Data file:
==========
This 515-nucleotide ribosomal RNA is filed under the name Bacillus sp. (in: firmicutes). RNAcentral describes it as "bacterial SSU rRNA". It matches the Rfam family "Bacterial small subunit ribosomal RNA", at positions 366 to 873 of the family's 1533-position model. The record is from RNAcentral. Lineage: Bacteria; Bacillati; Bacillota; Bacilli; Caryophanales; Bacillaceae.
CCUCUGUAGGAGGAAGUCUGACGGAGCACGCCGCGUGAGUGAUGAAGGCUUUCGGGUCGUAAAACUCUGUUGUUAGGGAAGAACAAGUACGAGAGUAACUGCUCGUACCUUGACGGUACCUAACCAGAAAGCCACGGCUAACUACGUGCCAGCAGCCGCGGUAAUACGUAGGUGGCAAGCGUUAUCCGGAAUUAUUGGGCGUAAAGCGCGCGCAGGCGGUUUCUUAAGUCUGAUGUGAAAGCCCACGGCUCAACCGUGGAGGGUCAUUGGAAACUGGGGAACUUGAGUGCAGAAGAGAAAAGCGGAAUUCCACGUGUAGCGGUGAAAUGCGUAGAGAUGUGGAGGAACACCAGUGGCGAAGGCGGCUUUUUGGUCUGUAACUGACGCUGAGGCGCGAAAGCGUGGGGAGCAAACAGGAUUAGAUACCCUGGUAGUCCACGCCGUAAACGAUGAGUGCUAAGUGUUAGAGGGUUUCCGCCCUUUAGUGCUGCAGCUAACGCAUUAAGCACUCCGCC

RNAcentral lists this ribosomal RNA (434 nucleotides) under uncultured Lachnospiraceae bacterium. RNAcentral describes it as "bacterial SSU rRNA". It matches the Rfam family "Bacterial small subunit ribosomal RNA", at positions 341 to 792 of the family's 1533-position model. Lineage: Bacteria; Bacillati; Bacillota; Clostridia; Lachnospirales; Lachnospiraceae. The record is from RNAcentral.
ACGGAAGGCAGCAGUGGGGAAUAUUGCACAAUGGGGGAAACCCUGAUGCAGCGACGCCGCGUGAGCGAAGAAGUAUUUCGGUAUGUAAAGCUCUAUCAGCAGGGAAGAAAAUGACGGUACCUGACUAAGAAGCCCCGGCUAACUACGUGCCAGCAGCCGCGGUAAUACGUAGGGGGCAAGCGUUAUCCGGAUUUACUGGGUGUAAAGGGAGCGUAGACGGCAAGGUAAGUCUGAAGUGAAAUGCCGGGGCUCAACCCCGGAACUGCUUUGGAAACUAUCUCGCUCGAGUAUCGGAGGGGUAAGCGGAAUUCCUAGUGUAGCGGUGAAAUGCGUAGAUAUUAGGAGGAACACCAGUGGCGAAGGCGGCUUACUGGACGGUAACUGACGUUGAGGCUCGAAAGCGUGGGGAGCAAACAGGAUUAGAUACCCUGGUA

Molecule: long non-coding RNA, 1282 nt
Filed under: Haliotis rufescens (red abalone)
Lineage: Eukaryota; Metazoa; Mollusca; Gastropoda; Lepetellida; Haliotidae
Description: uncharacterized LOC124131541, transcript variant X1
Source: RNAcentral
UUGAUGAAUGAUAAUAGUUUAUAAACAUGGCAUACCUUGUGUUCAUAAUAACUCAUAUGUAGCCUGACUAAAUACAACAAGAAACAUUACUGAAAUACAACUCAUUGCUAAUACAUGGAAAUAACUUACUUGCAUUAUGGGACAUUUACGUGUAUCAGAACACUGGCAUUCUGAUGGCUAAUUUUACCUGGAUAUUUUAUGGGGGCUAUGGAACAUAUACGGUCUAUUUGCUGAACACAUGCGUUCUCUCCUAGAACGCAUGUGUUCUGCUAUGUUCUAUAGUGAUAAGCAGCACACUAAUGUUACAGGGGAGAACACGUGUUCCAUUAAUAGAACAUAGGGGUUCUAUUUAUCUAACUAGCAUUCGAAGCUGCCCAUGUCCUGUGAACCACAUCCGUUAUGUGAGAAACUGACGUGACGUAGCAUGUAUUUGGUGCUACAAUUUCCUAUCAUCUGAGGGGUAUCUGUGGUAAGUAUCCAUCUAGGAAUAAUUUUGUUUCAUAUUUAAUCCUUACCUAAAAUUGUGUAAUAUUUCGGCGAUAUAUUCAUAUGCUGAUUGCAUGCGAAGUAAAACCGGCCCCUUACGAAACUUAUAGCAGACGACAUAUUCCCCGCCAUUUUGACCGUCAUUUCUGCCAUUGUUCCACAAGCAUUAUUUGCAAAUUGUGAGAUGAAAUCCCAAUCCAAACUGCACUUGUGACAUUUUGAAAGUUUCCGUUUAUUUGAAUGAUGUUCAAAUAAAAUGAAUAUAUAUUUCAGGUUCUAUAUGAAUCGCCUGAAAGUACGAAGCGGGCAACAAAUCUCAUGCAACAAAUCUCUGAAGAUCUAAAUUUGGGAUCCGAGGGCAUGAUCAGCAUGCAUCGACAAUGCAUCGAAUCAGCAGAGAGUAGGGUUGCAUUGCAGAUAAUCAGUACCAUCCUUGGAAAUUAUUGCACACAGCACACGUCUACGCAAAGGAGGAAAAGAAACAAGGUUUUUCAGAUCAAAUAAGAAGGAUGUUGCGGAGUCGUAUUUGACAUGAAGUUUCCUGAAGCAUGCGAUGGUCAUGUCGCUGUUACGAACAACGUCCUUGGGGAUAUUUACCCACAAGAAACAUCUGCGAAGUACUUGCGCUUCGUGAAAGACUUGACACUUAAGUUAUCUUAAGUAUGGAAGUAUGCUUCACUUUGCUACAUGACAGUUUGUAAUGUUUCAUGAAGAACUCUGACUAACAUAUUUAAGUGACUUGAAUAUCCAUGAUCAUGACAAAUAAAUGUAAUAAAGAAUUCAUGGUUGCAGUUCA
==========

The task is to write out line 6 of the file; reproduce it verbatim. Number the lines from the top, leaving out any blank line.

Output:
Filed under: Haliotis rufescens (red abalone)